The 200th anniversary of Raffles’ arrival in Singapore has galvanised debate about the legacy of this controversial figure. His modern profile owes much to his interest in heritage, which restored his reputation after a debacle in Java. Tom St John Gray has been following in Raffles’ footsteps. Nestled among the skyscrapers and colonial buildings of […]
The golden burial of a Scythian king In 2001, more than 5,000 gold objects were discovered in an untouched Scythian burial in Tuva, Central Asia. But where exactly is Tuva? We first look at an earlier excavation that pushed back the date of the Scythians, and then look in detail at the latest magnificent discovery. […]
What is it? This ancient Mesopotamian sculpture known as the ‘ram in the thicket’ is actually a ‘goat in a tree’. The goat is rendered in impressive detail, as it reaches up to eat leaves on high branches – a common sight along the banks of the Tigris and Euphrates rivers. The sculpture was made […]
China: visions through the ages Lisa C Niziolek, Deborah A Bekken, and Gary M Feinman (eds) University of Chicago Press, $45 ISBN 978-0226385372 People across China’s vast and diverse landscape have long been creating works in a range of materials, such as bronze, jade, porcelain, and paint, and the results of their handiwork can be […]
In 1640, a bronze tablet was discovered during construction work on a palace in Tiriolo, southern Italy. Dating from 186 BC, it records a decree issued by the Roman senate strictly regulating the cult of Bacchus, which it seems had gotten too big for its boots. But despite its ostensible threat to authority, worship of […]
Around 8,000 life-size terracotta warriors and horses were created in battle formation to protect the burial place of China’s first emperor. But what can modern technology reveal about these faithful soldiers?
Before September, the people in this picture had never picked up a chisel. Now, only a few months into World Monument Fund’s conservation stonemasonry training programme, they can carve arabesques for zakhrafa jambs, prepare rectangular billet mouldings, or work an ovolo return. Not yet perfect maybe, but still astonishing progress, made more remarkable still given […]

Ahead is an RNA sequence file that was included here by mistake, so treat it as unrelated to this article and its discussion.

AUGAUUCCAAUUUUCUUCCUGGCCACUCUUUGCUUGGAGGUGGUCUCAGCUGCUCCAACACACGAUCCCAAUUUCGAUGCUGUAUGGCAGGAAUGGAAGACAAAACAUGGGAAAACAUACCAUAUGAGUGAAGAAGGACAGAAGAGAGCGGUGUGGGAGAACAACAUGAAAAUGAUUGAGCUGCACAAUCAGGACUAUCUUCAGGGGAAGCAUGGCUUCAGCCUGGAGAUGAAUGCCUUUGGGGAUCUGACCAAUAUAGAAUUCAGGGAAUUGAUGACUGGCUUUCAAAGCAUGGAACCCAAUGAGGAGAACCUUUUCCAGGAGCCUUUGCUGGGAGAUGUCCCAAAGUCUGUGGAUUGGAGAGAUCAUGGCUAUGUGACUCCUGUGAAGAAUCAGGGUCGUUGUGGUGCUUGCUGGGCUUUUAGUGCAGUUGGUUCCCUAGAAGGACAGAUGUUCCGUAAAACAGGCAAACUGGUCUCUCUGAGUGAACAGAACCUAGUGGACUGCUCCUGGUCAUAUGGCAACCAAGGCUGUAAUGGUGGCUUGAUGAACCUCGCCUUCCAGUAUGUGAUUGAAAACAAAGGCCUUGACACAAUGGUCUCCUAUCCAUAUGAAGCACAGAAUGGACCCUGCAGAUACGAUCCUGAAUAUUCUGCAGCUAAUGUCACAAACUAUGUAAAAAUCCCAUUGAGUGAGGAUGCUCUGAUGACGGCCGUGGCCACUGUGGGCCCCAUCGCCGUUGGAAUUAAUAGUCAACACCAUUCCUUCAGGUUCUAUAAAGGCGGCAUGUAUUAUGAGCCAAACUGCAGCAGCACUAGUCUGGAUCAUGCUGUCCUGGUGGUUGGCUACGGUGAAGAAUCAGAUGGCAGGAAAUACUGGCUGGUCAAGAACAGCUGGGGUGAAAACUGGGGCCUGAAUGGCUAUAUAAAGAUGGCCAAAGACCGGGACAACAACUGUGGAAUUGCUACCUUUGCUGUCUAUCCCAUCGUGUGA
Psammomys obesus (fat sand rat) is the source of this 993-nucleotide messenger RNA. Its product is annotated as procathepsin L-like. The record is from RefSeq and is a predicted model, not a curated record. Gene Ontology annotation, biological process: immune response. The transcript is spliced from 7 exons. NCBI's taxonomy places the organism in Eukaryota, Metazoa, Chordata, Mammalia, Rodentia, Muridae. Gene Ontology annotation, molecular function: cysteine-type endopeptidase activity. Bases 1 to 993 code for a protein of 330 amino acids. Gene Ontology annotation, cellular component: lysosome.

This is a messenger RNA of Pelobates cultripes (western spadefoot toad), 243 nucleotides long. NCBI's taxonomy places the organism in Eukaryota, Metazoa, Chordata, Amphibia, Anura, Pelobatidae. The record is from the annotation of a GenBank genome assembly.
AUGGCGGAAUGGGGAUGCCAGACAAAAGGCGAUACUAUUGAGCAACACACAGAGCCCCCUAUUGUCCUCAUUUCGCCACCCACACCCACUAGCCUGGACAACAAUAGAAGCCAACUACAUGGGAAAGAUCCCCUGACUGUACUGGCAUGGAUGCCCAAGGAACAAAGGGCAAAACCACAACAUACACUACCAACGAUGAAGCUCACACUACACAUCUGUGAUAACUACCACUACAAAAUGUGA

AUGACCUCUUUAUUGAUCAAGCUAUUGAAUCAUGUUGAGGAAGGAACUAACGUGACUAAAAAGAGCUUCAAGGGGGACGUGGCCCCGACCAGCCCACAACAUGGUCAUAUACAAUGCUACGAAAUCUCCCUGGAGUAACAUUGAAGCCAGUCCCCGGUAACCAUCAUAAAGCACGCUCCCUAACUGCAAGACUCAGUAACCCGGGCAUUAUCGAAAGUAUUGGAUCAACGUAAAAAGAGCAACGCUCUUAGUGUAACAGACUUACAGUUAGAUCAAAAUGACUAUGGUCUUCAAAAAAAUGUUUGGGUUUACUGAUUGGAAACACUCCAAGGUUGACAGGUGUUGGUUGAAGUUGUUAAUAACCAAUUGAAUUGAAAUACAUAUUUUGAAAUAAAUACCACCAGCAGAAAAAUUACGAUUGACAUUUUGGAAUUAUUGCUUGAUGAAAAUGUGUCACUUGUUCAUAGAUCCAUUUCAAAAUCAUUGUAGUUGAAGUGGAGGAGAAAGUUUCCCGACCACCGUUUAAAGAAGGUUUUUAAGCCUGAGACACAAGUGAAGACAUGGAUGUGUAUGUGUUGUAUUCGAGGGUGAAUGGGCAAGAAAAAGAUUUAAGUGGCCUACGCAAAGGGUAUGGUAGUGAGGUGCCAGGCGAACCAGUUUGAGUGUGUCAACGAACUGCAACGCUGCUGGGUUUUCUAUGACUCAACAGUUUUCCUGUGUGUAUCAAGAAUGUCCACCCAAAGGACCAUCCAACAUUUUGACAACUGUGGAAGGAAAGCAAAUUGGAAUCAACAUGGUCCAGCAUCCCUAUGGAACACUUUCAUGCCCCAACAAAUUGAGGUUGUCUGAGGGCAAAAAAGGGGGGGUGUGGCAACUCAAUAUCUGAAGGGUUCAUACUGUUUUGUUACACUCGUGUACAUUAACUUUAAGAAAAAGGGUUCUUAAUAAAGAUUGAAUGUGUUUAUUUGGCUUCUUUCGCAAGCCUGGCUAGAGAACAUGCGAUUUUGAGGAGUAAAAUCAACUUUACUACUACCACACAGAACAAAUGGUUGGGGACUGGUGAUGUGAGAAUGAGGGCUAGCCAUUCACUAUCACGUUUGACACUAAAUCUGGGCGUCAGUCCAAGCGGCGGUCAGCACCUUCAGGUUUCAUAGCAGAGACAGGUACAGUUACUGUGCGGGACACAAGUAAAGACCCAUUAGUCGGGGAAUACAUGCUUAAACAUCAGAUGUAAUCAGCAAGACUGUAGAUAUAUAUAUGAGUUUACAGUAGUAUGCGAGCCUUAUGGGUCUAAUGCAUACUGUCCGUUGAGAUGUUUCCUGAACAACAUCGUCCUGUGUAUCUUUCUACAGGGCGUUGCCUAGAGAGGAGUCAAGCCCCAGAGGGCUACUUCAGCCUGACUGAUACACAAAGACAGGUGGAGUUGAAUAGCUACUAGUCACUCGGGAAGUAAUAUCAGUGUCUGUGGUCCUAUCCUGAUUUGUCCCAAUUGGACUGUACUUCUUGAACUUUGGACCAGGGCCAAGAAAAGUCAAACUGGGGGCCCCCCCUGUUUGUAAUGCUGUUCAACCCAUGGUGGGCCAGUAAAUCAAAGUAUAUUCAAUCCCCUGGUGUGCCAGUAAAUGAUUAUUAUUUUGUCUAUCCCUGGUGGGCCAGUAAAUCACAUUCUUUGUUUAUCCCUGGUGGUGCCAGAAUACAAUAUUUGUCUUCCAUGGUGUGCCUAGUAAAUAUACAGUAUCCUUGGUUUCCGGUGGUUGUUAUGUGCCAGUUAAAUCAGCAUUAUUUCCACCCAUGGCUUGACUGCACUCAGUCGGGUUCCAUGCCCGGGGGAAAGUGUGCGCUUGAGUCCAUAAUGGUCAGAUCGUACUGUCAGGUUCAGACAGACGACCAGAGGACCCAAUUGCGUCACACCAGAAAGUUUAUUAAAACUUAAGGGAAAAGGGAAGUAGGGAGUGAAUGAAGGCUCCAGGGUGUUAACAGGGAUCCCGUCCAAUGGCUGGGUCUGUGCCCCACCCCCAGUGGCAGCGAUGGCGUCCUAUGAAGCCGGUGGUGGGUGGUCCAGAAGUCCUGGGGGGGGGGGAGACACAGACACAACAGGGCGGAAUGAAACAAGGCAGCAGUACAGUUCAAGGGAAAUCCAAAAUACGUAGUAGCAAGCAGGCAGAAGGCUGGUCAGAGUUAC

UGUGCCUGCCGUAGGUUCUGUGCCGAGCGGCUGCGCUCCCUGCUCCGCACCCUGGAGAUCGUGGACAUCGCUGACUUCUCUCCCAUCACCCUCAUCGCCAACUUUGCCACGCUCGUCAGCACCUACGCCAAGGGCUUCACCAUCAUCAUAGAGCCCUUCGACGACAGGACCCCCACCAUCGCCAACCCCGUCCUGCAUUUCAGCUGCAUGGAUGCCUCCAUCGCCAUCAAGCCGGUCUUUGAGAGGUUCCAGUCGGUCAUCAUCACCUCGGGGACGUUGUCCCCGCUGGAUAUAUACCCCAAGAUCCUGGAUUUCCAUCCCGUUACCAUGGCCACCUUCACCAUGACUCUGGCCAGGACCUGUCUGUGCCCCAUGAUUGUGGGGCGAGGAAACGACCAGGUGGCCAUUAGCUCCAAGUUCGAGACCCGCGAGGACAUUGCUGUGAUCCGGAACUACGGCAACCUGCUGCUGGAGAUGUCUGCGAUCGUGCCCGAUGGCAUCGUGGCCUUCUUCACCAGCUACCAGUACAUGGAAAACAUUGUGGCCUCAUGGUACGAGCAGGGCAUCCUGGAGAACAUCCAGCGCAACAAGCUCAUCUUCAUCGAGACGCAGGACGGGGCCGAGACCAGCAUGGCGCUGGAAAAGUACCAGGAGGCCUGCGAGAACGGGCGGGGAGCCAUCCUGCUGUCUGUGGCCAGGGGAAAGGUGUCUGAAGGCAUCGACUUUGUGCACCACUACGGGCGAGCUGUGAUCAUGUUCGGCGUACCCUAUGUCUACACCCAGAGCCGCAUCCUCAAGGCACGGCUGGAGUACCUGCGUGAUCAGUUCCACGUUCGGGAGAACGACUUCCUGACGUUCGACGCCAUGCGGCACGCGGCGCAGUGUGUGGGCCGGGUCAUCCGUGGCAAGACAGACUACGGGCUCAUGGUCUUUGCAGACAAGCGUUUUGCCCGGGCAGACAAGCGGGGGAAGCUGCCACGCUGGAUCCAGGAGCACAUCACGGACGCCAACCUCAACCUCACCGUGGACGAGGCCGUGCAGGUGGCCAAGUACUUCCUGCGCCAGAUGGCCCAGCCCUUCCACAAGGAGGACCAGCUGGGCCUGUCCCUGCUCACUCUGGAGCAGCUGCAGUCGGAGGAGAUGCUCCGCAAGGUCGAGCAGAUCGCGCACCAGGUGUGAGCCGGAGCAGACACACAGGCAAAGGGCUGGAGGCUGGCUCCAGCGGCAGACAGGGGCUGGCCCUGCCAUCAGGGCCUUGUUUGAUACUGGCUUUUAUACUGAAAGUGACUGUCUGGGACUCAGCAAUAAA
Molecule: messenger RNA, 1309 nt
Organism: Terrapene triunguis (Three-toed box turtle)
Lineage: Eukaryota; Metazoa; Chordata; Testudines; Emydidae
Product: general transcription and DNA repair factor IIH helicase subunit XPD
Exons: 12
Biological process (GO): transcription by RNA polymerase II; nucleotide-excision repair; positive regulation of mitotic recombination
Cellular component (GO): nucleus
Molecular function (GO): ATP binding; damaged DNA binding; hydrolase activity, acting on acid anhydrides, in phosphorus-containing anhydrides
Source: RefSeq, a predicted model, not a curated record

We travel down the spectacular long and winding Siq that leads to Petra. There, the Nabataeans founded one of the most beautiful, and perhaps also unlikely, cities in the ancient world. What persuaded these nomads to turn their hand to urbanism, and how did they find wealth in the wilderness?
If there has ever been a historical figure readymade for a biographical documentary, it’s Gertrude Bell (1868-1926): archaeologist, explorer, spy, British political powerhouse, and the uncrowned ‘Queen of the Desert’. Hers is a story that requires no Hollywoodisation, and Letters from Baghdad lends almost none. In a bold approach, directors Sabine Krayenbühl and Zeva Oelbaum […]
Dubai is best known for its luxury shops and futuristic architecture. But this year the UAE is encouraging tourists to visit its ancient historical sites too. David Millar takes us on a tour. Dubai does such a good job of promoting its image as a destination of world-class shops and luxurious hotels that it […]
When Ed Keall first visited Iran, at the age of 24, little did he realise that he was about to embark on an archaeological venture – involving a Persian castle and a fire temple – that has now been 50 years in the making. In 1962, I took an adventurous trip to Iran to […]
The Great Arab Revolt Project With the CWA-backed Great Arab Revolt Project at an end after ten years’ work on the deserts of southern Jordan, we asked Co-director Neil Faulkner – also Editor of our sister magazine Military History Monthly – for some concluding thoughts In 2006, here in the pages of CWA, we […]